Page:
San Pedro Creek Culture Park Improvements

San Pedro Creek in San Antonio, Texas

San Pedro Creek Culture Park Improvements

San Pedro Creek Project Links Past to the Future

The banks of the San Pedro Creek were once the lifeblood of the frontier village that became San Antonio. Citizens were taught to fear the creek — due to its frequent and catastrophic flooding. In the 1980s, the city built a tunnel under downtown, which helped to prevent flooding but also nearly eliminated water from running through the creek. Constrained in concrete channels and hidden in culverts, the creek eventually became a social, cultural and economic barrier between Anglo and Hispanic parts of the city.

Mulled for decades, the San Pedro Creek Culture Park revitalizes a once-sacred creek with inspired art, splendid paseos, native plantings, unique plazas, places of respite and cultural reflections. By expanding and beautifying the long-forgotten waterway, the team contained the 100-year floodplain, built literal and metaphorical bridges to the past, and connected long-separated cultures. 

Using state-of-the-art crest gates to control the creek’s water surface area and depth, while adding cobble and natural materials to the streambed, the project created additional aquatic habitat and improved water quality. It also spurred development in downtown San Antonio. When all phases are complete, the project will catalyze an estimated $1.5 billion in economic impact.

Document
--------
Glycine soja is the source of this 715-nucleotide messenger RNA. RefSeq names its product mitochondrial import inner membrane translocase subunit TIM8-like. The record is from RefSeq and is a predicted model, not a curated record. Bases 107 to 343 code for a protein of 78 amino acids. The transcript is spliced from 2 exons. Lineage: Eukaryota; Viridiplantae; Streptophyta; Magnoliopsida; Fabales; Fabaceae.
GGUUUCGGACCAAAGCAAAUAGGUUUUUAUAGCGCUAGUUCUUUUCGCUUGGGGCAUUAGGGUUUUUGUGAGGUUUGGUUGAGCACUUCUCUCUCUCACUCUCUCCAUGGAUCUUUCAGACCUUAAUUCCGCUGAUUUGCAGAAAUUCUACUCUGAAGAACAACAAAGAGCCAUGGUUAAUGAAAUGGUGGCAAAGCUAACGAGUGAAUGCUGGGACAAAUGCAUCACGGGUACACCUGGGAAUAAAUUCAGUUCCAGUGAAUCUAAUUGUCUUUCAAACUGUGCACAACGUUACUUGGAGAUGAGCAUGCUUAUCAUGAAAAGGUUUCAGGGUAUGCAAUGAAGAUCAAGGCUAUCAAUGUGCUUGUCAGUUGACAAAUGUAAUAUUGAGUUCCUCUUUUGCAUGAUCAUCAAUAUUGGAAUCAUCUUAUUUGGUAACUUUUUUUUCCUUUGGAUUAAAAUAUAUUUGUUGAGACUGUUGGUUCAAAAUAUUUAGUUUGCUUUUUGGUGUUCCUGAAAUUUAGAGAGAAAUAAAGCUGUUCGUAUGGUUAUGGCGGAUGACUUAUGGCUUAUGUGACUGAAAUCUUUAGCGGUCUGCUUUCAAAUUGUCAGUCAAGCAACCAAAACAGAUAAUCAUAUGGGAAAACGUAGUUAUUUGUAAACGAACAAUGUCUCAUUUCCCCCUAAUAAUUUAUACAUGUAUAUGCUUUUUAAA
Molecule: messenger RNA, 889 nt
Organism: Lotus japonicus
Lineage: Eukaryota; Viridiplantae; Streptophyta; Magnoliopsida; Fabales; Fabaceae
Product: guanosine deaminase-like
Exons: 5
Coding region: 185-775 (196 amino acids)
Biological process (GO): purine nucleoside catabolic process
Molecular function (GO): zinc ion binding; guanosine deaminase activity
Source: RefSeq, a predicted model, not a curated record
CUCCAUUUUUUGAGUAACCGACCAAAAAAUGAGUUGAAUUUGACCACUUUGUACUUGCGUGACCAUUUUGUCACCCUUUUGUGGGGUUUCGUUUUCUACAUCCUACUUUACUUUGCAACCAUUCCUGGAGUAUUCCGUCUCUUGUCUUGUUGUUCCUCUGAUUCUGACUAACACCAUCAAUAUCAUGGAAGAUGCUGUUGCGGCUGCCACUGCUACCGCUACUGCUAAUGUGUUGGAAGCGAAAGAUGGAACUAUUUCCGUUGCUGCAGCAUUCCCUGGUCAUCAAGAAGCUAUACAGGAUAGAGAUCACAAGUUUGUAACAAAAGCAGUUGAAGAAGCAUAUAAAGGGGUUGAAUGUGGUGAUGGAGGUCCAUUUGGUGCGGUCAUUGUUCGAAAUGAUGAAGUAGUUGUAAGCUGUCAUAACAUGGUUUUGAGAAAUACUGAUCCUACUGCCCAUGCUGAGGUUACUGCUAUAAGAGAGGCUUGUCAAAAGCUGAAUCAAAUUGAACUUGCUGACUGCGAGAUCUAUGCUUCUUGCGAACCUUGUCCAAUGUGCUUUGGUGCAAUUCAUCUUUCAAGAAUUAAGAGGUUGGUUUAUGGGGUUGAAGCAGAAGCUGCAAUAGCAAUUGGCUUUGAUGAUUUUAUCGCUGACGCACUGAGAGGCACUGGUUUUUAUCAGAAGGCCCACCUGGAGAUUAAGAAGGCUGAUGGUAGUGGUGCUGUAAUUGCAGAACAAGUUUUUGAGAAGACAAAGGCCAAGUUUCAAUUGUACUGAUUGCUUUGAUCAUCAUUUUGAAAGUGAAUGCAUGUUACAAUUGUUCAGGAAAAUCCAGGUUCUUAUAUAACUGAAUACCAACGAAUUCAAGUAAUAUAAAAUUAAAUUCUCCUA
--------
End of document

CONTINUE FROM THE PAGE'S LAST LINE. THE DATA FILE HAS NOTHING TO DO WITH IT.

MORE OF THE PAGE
Throughout the project, the area’s history was fundamental and inspirational. From preserving 60% of the historic retaining walls, which date back to the 1780s, to creating new artwork referencing the city’s founding, the project offers an educational oasis in the city. 

Project challenges were monumental, including working in an active drainage channel that flooded after each rain, near 39 historic resources on or eligible for the National Register of Historic Places, and in a creek home to prehistoric humans. Moreover, the schedule could not be altered, as the project was part of the city’s 300th anniversary celebration. 

The on-schedule, on-budget first segment of phase 1 opened with an all-day city-wide tri-centennial celebration in May 2018. Concluded with an illuminating ceremony, the project is not just a feat of engineering and architecture, but the building of bridges to meld local cultures. 

While other phases of the project have been completed, construction continues on phase 3 with a major emphasis on native plantings, habitat restoration, water quality, culture and places of respite. Phase 4.2 is currently on hold due to land acquisition challenges. The uncovered ruins of the African Methodist Episcopal Church from 1875 are currently in review for consideration for the National Register of Historic Places. The River Foundation, a non-profit agency, is also designing a shade structure and additional features to celebrate the history of the A.M.E. site.

San Pedro Creek in San Antonio, Texas


Grand Award (2019)
Engineering Excellence Awards
American Council of Engineering Companies
Project of the Year Award (2019)
Environment ($25 - $75 million category)
American Public Works Association
Gold Award (2019)
Engineering Excellence Awards
American Council of Engineering Companies of Texas
Citation of Honor (2018)
Honor Awards
Texas Society of Architects
Best Project (2018)
Engineering News-Record Texas & Louisiana